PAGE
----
Is it Wrong for a Wife to "Let Herself Go" After Marriage? – Christ, Freedom, and the Law of Beauty

Is it Wrong for a Wife to "Let Herself Go" After Marriage? – Christ, Freedom, and the Law of Beauty May 31, 2011

Recently a well known Christian blogger, Rachel Held Evans, offered some thoughts on concepts of biblical womanhood and beauty, responding in part to comments from Mark Driscoll and to books by Martha Peace and Dorothy Patterson.  Evans alleges that there is a fairly common de facto teaching in Christian circles that “is as clear as it is ominous: Stay beautiful or your husband might leave you.  And if he does, it’s partially your fault” (the bold type is hers).  This message inspired Rachel “to devote the entire month of February to studying everything the Bible says about women and beauty.”  (Wow!)  At the end of her study, she concludes: “I’ve found nothing in the Bible to suggest that God requires women to be beautiful.”  Instead, the Bible affirms what women everywhere know and experience: That bodies change (1) as they get older, (2) when they bear children, (3) when they get sick, and (4) as they experience joy, pain, life, death (certainly that!), victory, heartache and time.

Evangelical megablogger Tim Challies, not without trepidation, responded.  He agrees with the contention that the Bible does not require physical beauty of women.  “The beauty the Bible commends is a beauty of character more than a beauty of appearance.”  That said, however, the outer beauty of a wife reflects inner beauty to a certain limited extent, insofar as it expresses her desire to care for the “Temple” God has given her (her body) and her desire to respect and please her husband by keeping herself appealing.  While what is considered “outer beauty” is culturally relative, and Challies makes clear that he is not speaking of a Hollywood-starlet conception of beauty, what is not culturally relative is that spouses (and Challies makes the same charge for men) ought (within reason) to do those things they know bring happiness and contentment to one another.

The conversation has continued.  Evans appreciates the “caution” with which Challies approached the issue, but is “disappointed to see him return to the familiar refrain that ‘outer beauty reflects inner beauty’ and that a good wife will keep up appearances for her husband.”  It would take too long to recap the rest, so let me get straight to my suggestions.  To some extent, this seems to be a classic case of two people arguing the opposite sides of the same coin — From “Yes X, but Y” to “Yes Y, but X,” where each is actually granting the other side but emphasizing their own side.  First, some points regarding Rachel Held Evans’ argument:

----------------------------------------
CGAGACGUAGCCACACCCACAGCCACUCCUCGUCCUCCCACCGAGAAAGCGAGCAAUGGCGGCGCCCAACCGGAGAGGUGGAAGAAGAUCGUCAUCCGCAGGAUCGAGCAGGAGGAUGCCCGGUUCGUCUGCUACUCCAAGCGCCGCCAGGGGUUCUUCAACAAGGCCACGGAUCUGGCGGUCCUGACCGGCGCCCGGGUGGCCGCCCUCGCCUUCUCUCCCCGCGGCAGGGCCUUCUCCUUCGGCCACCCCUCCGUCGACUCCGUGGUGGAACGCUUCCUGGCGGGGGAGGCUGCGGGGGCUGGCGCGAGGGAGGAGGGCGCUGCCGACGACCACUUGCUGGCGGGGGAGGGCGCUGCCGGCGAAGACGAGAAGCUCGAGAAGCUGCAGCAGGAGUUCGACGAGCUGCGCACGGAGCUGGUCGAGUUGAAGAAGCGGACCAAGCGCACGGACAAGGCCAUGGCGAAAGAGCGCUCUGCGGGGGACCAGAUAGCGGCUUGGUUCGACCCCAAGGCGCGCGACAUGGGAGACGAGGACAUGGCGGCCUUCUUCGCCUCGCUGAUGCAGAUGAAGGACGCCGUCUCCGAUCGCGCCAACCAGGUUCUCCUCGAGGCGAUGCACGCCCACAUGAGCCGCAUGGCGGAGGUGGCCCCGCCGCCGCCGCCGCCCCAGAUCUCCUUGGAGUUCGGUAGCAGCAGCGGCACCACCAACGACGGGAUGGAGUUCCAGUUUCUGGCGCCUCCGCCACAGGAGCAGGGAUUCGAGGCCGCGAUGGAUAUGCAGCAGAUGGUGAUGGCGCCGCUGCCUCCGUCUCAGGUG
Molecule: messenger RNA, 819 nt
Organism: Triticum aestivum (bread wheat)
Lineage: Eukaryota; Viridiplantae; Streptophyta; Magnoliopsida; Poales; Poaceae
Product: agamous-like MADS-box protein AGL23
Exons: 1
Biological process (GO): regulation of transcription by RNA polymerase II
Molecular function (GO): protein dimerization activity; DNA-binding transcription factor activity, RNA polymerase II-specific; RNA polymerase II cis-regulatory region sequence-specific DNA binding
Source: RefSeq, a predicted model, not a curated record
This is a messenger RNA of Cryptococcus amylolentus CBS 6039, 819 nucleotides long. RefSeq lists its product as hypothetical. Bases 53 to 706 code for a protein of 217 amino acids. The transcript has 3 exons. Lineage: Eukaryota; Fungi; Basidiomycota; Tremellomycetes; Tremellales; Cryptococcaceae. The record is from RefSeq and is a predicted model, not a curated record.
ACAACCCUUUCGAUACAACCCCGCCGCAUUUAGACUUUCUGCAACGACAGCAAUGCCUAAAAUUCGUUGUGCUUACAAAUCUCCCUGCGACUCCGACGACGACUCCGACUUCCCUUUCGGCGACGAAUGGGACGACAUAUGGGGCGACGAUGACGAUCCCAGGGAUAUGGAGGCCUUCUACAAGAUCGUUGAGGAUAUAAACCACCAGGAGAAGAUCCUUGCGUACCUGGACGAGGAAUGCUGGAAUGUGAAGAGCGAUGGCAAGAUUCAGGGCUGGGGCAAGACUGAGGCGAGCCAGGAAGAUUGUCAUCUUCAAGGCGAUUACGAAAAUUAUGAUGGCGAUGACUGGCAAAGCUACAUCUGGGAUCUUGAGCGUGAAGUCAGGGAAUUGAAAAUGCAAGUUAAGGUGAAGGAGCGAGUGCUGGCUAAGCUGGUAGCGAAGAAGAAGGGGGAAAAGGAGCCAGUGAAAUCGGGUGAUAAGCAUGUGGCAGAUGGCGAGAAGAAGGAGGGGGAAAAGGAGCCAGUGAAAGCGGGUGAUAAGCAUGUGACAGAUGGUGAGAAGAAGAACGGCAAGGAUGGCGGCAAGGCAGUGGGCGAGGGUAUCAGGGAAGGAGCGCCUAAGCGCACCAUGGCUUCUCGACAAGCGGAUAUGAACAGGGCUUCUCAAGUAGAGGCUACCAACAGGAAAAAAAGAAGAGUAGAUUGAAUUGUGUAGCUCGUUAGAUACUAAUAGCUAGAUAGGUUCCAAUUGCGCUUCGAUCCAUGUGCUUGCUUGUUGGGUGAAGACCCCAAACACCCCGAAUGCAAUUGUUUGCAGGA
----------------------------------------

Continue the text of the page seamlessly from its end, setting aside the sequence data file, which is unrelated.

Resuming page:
1.  Evans is coming at these questions from the standpoint of an observant woman who has seen far too often how devastating and oppressive societal standards of female beauty can be.  She is absolutely right that American culture (and, frankly, most cultures) establishes an impossible-to-achieve standard, legislates that standard across the board for all women of all kinds, and then ruthlessly mocks and demeans those who fail to meet the standard.  Let’s call this The Law of Beauty: you must be tall, large-breasted, slim-waisted, luminous-skinned, and utterly free of fat, wrinkles or gray hairs, or else you are not beautiful and therefore not attractive, not worthy, not valuable.  The Christian Church needs to make a special effort to distance itself, radically distance itself, from this conception of beauty and from burdening its daughters with it.

2.  No wife should be made to feel that unless she maintains a certain standard of beauty — especially when the only definition of ‘beauty’ countless women know is Vogue/Cosmo definition — then she will displease God and either lose her husband or cause his infidelity.  When men warn ominously that they might be inclined to stray if their wives don’t work a little harder to satisfy the Law of Beauty, they ought to be ashamed of themselves.  Is it true that men are, to some extent, influenced in their thoughts and behaviors by the extent to which their wives maintain a pleasant appearance?  Let’s be honest: of course it’s true.  But it is only a minor influence in a major sin, where men retain complete agency and complete responsibility for their actions.  The smell of cake might tempt me to eat more than I ought, but only a child would blame the smell or even blame the cook.  Precipitating factors are not causal determinants, and men need to take full responsibility when they stray.  “You let yourself go” is never a legitimate excuse, or even a partial excuse, for infidelity.

3.  I also agree with Evans that there is no biblical injunction for women to be beautiful or retain certain standards of beauty.  Actually, this has nothing to do with beauty and it has nothing to do with womanhood, either.  It has to do with the consideration that two loving spouses ought to show each other.  Anything that pertains to women here also pertains to men.  Thus, framing this as a matter of “biblical womanhood” is, in my view, misleading.  It’s not a matter of biblical womanhood so much as the love for which all humans are created.  To the extent that men have used the language of “biblical womanhood” to enforce culturally-relative standards of beauty, and to force women to be more pleasing to them, they have sinned.

I actually don’t think that Tim Challies (though I could be wrong) would disagree with any of the above.  Here are some points in regard to Challies’ argument.

1.  I believe that Tim Challies is coming to the conversation from the perspective of a man who has seen the following story time and again.  Be forewarned: this is not pretty, and not prescriptive.  I am not saying this is right; I am saying that it happens.  Evans writes, “I have never in my life met a woman who did not want to be beautiful for her husband.”  To which I say: yes and no.  As a general rule, wives would prefer to be beautiful for their husbands.  But wanting to do something, and taking the effort or being willing to take the effort to make sure it happens, are two different things.  In any case, I have seen this happen — right or not — many times, and often hear it discussed by Christian men: